The always-excellent Bill Nighy (Emma) delivers a compelling and heartrending performance that deserves far more than just his first Academy Award nomination. Undoubtedly, Living is anchored by the actor’s understated portrayal of Mr Williams. Always dressed in three-piece suits, the character is the epitome of the reserved English civil servant, being so punctual and formal in his behaviour and speech. Displaying a remarkable amount of restraint compared to his otherwise typecast expressiveness, Nighy conveys a wealth of emotional information with just his facial expressions and body language. His downcast gaze displays heartbreak and existential despair, whereas his vigorous posture communicates an aristocratic reserve. While Takashi Shimura’s central performance in Kurosawa’s original was particularly praised, he externalised the character’s desperation almost theatrically. Nighy’s more poised and nuanced, never overstating Williams’ palpable anguish and sudden reawakening. Therein lies the brilliance of his performance, within the sense of internalised complexity behind his veneer of calm and confidence. It’s a startling transformation for the actor and a memorable turn from an already distinguished career.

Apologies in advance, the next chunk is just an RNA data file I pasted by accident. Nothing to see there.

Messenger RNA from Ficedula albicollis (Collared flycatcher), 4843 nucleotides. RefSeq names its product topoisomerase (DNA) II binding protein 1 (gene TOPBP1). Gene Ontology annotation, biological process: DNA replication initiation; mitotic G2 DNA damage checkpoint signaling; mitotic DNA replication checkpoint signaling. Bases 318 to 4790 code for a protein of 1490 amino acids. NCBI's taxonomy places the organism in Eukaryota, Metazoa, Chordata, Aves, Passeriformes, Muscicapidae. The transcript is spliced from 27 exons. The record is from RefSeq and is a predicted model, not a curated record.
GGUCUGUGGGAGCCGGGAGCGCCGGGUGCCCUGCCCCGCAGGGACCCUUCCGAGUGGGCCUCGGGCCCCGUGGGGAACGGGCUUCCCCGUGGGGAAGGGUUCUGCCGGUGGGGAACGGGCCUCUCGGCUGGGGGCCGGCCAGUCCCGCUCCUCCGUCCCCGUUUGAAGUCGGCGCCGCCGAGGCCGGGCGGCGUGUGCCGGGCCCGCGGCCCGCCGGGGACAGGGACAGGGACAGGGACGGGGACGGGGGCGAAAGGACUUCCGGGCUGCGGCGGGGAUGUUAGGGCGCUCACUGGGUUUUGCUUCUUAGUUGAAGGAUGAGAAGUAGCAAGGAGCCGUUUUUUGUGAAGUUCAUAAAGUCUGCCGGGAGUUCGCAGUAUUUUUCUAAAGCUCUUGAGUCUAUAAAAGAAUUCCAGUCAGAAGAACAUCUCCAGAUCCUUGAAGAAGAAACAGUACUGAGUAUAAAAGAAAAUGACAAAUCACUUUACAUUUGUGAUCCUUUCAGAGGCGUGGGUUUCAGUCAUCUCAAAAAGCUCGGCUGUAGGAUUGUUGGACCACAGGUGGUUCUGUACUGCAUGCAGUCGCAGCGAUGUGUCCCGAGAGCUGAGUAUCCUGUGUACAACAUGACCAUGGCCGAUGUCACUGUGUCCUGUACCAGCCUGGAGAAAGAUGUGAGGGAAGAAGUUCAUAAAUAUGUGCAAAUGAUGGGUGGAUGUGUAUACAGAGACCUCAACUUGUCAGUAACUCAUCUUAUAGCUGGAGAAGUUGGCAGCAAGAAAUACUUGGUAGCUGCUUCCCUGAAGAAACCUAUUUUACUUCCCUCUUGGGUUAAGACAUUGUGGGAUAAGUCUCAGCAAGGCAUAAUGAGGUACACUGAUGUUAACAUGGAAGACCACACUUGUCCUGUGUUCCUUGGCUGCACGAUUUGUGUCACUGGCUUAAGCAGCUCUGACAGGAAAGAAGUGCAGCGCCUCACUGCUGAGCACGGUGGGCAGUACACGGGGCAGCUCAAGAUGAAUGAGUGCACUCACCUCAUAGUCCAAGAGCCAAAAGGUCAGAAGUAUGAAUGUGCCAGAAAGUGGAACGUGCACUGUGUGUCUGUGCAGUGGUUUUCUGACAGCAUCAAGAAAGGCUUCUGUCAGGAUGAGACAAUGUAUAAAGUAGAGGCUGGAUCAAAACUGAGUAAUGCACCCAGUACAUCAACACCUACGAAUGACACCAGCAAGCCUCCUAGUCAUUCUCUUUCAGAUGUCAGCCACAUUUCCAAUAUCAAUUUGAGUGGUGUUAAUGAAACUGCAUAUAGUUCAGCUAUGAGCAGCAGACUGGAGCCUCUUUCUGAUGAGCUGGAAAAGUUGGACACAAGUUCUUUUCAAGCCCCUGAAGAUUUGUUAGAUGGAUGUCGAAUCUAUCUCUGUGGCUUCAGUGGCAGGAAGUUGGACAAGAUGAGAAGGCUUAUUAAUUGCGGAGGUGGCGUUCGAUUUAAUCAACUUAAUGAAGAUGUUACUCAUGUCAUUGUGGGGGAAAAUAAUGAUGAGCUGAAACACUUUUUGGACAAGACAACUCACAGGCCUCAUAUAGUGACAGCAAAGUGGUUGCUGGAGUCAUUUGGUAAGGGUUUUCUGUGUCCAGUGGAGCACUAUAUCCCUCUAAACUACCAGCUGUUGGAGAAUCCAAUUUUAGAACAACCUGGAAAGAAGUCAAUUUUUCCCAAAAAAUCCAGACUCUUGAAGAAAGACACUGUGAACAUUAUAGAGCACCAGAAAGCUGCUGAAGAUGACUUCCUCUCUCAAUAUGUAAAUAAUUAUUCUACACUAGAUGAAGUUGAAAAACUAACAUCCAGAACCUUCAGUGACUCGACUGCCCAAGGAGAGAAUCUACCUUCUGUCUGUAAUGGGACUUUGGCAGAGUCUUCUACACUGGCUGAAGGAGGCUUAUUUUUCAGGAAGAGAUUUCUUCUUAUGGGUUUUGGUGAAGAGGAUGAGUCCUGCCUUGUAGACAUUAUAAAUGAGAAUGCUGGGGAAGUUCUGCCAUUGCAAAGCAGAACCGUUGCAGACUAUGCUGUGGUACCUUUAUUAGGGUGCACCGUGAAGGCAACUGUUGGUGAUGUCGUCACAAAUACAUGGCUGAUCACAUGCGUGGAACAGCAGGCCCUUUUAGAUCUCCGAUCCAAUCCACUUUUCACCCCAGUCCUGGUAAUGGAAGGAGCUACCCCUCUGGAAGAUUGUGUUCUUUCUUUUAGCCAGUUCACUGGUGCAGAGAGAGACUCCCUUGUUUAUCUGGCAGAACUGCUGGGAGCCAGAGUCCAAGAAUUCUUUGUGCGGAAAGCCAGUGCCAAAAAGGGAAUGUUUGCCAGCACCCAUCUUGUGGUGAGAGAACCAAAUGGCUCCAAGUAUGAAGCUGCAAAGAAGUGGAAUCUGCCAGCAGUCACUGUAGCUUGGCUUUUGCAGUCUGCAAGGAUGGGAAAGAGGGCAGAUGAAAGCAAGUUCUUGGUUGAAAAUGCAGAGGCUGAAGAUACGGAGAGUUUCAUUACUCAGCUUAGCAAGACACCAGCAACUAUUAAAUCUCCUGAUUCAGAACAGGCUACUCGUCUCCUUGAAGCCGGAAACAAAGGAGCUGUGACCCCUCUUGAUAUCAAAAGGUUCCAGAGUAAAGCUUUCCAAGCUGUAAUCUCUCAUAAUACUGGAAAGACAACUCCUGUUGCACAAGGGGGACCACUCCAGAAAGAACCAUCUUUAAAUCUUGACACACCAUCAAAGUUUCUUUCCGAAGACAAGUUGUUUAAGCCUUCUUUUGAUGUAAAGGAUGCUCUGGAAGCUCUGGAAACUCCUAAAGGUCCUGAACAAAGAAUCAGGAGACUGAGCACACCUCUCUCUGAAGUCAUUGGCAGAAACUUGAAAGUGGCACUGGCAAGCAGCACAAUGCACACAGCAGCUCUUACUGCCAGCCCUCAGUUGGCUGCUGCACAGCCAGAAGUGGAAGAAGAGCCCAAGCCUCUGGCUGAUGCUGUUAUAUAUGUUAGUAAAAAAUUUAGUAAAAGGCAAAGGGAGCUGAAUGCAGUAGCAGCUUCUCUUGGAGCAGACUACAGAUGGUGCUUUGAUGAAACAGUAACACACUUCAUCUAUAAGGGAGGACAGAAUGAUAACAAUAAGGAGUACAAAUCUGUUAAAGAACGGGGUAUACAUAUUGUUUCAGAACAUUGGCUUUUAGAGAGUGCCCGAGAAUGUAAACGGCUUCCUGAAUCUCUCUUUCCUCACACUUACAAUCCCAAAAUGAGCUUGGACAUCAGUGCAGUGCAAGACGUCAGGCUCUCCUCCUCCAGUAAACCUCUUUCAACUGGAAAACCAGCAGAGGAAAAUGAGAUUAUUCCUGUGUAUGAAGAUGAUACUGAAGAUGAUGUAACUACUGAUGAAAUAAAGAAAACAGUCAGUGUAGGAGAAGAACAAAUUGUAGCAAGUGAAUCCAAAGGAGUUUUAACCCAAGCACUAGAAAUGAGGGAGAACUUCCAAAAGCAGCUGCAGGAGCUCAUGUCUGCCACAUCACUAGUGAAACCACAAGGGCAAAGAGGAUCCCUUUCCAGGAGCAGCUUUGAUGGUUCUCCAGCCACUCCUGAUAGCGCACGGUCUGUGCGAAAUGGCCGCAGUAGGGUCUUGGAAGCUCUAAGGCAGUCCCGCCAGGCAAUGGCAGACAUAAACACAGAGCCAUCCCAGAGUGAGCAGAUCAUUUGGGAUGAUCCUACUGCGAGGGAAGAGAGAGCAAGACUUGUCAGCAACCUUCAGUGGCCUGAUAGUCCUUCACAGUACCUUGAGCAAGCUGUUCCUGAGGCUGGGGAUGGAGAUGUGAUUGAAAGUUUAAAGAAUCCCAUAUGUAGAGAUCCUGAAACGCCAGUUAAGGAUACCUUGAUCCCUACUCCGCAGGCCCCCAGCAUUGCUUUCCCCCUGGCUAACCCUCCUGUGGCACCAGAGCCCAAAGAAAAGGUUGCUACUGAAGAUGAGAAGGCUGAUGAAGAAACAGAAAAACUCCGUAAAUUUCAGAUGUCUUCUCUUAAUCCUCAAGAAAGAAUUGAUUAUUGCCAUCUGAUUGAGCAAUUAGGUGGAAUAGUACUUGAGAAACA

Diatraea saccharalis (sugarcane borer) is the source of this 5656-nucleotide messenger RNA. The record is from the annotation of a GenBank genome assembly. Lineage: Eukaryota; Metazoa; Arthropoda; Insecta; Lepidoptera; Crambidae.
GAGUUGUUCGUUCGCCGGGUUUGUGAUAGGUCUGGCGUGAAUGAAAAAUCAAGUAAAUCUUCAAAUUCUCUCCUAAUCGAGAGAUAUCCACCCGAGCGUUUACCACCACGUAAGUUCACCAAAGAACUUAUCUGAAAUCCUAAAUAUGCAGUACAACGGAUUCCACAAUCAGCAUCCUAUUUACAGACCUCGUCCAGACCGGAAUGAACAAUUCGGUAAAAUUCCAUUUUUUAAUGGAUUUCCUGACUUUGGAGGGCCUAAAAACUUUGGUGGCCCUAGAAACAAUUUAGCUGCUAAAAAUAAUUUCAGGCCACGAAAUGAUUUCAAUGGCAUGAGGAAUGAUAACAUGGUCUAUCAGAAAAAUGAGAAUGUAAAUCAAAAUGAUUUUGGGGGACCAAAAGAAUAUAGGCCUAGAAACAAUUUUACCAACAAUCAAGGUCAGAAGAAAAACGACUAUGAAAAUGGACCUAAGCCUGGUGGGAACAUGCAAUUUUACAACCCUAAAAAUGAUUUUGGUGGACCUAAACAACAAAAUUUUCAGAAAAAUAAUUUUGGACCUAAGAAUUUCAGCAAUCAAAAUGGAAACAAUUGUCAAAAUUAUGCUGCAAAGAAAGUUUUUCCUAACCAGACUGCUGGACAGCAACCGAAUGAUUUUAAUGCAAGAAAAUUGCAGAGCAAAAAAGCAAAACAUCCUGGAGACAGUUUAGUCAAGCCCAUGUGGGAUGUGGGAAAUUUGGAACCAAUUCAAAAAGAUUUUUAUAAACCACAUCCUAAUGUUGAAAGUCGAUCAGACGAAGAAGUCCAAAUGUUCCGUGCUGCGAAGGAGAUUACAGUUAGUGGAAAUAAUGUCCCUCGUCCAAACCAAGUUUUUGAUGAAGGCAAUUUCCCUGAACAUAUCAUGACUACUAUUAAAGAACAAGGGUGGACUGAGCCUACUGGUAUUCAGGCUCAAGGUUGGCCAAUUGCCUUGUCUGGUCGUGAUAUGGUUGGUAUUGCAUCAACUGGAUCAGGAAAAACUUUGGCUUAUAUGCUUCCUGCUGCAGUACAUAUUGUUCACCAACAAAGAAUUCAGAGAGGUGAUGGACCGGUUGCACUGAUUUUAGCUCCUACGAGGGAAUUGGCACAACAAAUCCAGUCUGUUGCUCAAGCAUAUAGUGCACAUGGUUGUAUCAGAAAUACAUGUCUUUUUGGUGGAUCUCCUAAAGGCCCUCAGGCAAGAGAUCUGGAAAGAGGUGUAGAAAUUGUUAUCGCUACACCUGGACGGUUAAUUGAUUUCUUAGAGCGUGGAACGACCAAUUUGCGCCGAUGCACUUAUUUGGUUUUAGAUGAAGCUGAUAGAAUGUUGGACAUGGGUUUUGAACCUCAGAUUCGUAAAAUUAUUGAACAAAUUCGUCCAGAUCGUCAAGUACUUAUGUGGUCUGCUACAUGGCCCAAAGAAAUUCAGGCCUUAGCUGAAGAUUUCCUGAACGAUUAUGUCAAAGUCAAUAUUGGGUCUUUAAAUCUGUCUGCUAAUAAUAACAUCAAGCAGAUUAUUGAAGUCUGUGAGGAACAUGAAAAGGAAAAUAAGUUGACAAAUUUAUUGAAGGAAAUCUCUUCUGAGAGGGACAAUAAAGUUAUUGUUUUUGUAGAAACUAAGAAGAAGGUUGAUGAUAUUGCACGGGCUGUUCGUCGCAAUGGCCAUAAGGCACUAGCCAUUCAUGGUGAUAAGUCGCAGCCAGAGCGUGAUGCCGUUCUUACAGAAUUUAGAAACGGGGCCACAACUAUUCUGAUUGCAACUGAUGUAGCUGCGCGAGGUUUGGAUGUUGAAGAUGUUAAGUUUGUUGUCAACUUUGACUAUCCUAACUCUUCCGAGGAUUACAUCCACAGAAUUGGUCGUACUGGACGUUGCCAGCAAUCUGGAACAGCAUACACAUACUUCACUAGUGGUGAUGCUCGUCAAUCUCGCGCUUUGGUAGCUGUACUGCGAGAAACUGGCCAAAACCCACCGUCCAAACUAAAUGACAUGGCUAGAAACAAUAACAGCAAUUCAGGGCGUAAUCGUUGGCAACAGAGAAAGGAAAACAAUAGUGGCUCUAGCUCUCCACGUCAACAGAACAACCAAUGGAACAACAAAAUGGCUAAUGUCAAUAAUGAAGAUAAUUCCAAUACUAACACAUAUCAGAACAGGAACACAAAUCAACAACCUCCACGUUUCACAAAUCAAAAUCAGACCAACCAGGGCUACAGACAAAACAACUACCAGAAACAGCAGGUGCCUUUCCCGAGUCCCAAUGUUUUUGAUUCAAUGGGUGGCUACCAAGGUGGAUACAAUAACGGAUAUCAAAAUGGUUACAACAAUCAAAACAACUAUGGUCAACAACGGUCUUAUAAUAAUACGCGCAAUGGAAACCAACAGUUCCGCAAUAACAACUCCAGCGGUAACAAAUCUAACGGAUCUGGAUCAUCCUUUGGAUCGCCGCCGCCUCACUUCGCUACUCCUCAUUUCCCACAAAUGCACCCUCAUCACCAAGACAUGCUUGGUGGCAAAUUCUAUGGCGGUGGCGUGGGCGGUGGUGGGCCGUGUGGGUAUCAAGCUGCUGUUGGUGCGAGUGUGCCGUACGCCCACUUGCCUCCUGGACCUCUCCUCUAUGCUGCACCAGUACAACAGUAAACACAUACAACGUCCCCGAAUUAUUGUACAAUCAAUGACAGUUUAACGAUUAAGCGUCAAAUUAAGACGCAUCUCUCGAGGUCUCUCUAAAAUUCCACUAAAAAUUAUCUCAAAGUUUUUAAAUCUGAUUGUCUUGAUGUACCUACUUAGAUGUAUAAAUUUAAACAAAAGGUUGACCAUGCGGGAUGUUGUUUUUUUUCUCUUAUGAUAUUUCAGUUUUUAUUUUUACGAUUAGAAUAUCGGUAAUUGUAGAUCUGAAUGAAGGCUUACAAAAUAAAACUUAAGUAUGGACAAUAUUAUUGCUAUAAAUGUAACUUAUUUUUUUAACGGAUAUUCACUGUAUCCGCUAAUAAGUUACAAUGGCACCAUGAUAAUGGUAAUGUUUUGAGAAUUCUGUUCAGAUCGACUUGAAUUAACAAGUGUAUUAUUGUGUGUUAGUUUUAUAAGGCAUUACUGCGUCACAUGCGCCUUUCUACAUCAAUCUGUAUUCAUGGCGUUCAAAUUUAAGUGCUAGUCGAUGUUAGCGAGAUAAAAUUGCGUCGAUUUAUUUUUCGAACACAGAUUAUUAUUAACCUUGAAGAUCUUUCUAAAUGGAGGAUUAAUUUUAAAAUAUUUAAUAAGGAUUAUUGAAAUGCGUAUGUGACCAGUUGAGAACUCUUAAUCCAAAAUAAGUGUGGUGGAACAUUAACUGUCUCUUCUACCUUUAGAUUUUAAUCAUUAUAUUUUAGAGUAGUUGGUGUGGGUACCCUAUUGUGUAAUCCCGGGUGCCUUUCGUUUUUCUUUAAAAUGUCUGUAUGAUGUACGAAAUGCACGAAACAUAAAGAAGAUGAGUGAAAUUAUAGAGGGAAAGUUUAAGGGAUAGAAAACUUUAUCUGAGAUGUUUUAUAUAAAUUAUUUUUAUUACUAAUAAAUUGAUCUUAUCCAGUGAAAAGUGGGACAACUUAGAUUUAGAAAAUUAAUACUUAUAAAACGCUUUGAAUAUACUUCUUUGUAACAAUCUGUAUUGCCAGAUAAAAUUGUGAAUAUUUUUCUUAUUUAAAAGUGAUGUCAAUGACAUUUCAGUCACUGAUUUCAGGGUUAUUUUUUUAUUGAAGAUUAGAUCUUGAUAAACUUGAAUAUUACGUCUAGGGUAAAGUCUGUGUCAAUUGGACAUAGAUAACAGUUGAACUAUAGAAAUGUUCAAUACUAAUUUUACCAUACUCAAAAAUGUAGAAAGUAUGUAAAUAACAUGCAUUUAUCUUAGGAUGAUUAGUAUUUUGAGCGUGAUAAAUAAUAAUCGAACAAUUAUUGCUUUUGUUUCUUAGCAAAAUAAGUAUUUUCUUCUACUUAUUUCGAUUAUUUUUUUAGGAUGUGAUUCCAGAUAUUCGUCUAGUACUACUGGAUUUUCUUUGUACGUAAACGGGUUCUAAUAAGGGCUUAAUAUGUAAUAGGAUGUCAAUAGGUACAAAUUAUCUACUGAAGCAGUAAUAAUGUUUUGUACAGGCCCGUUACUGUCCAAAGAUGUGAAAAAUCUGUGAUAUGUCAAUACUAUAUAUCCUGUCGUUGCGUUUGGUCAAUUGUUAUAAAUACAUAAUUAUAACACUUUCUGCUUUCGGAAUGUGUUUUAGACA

With the magnitude of its antecedents and sources, Living could have easily collapsed under the pressure of its predecessors. However, Oliver Hermanus directs with an elegant poignancy and visual splendour in equal measure. The director doesn’t try to replicate or imitate Kurosawa’s classic but simply speculates how Ikiru might have looked had it been a UK production. Historical accuracy seeps through every frame as Jamie D. Ramsay’s (See How they Run) cinematography envelops the audience with nostalgia from the outset. Opening with a gorgeous grainy montage of London’s most famous landmarks, the saturated visual palette is enriched by a multitude of red busses. Whereas his symmetrical compositions are meticulously framed in a classic Academic aspect ratio. Equally integral in crafting the authentic period details are Helen Scott’s (Fish Tank) distractingly beautiful production design and Sandy Powell’s (Mary Poppins Returns) captivating wardrobes. The tedious routines of the bureaucratic environment are visualised as impeccably cut pinstripe suits flowing through wooden offices. Hermanus’ visual approach pays wonderful homage to 1950s British cinema while maintaining Kurosawa’s sensibilities.